“Dina couldn’t go anywhere alone. She always easily passed out. She would get scared or become fearful very easily. She also found it difficult to breathe and her emotions weren’t stable. These problems happen because of what she was facing during the Khmer Rouge regime,”

After treating Dina for these years, Malin sees the improvement.

As Dina has been receiving treatment at TPO, she has been improving little by little. Now, she is brave enough to come to TPO alone without accompaniment. Whenever she starts to suffocate, she remembers the breathing exercises she was taught at TPO to help herself. Moreover, at night she always does meditation to release the pain in her body.”

Currently, TPO is able to work with only 50 percent of the civil parties. There are two strategies that TPO is using in order to help those patients. The first one is self-help groups in which survivors can share their experiences at a proper and safe environment. And the second is testimonial therapy, which encourages victims to talk about their experiences at public places such as pagoda or killing field.

The judgment of case 002/02 at the Extraordinary Chambers in the Court of Cambodia delivered on November 11, 2018 stated that the regulation of marriage during Khmer Rouge was a crime against humanity.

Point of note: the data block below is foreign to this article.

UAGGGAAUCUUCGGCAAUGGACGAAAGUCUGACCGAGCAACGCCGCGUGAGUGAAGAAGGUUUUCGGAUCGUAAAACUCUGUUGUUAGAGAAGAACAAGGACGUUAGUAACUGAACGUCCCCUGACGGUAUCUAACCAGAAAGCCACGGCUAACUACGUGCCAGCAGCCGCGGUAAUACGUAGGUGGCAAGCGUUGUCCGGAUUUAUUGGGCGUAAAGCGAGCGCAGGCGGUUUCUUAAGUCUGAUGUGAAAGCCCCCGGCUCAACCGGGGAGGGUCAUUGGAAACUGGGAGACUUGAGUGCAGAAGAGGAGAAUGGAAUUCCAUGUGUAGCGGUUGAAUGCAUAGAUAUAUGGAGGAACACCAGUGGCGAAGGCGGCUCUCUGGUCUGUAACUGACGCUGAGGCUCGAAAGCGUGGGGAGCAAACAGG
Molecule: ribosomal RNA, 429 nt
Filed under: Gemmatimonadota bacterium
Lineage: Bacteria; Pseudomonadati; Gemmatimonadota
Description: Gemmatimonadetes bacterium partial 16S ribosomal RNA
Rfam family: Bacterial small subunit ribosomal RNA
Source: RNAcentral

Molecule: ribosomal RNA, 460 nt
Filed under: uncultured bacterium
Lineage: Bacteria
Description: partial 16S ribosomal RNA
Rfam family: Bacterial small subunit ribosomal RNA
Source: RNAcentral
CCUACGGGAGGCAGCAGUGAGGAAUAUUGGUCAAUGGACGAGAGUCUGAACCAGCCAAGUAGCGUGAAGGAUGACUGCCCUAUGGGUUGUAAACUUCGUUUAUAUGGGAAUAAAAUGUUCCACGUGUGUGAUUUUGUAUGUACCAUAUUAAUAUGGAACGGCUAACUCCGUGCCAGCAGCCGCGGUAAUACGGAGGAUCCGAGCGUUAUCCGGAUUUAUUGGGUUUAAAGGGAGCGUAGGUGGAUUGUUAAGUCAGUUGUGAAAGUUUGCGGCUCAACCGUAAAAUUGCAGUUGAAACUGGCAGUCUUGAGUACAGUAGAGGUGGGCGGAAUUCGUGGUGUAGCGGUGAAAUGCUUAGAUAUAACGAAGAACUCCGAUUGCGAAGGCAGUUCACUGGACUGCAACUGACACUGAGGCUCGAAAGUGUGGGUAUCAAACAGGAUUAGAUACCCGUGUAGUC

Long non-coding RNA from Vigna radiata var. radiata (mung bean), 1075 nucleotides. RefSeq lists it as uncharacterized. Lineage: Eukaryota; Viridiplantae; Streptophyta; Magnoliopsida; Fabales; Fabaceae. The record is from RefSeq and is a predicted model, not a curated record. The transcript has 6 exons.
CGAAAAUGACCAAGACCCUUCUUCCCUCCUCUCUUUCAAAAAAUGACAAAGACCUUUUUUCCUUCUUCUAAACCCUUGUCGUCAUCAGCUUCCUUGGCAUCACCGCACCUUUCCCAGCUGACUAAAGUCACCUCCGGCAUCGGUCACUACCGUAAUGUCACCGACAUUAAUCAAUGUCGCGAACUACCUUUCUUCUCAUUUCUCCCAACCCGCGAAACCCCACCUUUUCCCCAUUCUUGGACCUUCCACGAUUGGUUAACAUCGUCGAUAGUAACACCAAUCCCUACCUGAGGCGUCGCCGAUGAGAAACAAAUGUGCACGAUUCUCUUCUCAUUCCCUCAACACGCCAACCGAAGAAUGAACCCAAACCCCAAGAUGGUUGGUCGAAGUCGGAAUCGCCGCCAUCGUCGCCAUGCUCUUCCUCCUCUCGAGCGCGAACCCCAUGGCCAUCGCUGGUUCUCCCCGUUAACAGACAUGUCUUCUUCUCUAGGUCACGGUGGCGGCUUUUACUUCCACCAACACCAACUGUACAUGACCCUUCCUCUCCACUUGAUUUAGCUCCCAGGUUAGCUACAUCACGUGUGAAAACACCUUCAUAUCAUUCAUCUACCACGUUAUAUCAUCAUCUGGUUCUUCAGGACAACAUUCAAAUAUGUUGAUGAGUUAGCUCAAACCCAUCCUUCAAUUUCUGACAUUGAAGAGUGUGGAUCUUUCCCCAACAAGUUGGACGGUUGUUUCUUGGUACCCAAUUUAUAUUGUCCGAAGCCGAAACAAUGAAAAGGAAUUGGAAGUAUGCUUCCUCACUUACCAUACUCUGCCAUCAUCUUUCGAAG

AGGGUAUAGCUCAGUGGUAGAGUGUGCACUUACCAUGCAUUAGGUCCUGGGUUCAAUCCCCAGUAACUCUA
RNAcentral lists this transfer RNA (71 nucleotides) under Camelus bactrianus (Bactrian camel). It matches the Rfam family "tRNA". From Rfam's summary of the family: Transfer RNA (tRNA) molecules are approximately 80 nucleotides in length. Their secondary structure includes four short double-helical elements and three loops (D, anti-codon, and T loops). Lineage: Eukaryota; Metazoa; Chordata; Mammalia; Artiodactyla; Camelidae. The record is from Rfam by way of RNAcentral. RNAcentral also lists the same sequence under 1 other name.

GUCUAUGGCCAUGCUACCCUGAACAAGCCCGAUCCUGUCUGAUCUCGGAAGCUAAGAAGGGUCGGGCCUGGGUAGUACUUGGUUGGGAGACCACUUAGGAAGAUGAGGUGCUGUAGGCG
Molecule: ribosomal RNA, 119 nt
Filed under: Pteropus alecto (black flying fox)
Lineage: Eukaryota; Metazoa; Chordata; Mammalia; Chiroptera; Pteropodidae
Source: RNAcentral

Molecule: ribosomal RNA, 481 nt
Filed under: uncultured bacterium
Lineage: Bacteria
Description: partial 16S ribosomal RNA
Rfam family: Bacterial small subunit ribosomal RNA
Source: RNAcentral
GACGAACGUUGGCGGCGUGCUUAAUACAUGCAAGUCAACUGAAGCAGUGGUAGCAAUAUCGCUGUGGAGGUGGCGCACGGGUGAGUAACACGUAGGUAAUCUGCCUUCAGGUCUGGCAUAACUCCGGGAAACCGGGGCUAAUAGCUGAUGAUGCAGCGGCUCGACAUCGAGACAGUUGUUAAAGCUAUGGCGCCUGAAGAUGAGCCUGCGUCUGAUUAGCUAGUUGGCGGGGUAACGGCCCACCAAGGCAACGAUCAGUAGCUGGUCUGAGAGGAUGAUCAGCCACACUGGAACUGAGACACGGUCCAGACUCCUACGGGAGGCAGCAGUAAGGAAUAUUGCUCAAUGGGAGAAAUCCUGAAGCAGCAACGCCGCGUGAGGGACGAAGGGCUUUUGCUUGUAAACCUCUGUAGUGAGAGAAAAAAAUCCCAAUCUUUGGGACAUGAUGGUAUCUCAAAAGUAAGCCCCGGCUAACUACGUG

Extraordinary Chamber Court of Cambodia where case 002/02 was being trailed. (MMC/Seng Solydeth)

The verdict stated that “the Chamber finds that the crime against humanity of other inhumane acts through conduct characterized as forced marriage and rape in the context of forced marriage was committed.”

After so many years,despite having received treatment at TPO and emotional support by the VSS of the ECCC, at times Dina is still reminded of the suffering during the regime.

“I am so mad at the Khmer Rouge regime; I don’t want it to happen again because I can’t forget my anger of losing my beloved family. Every morning, I always listen to monks praying which is a way to help calm my emotions and heal me mentally.”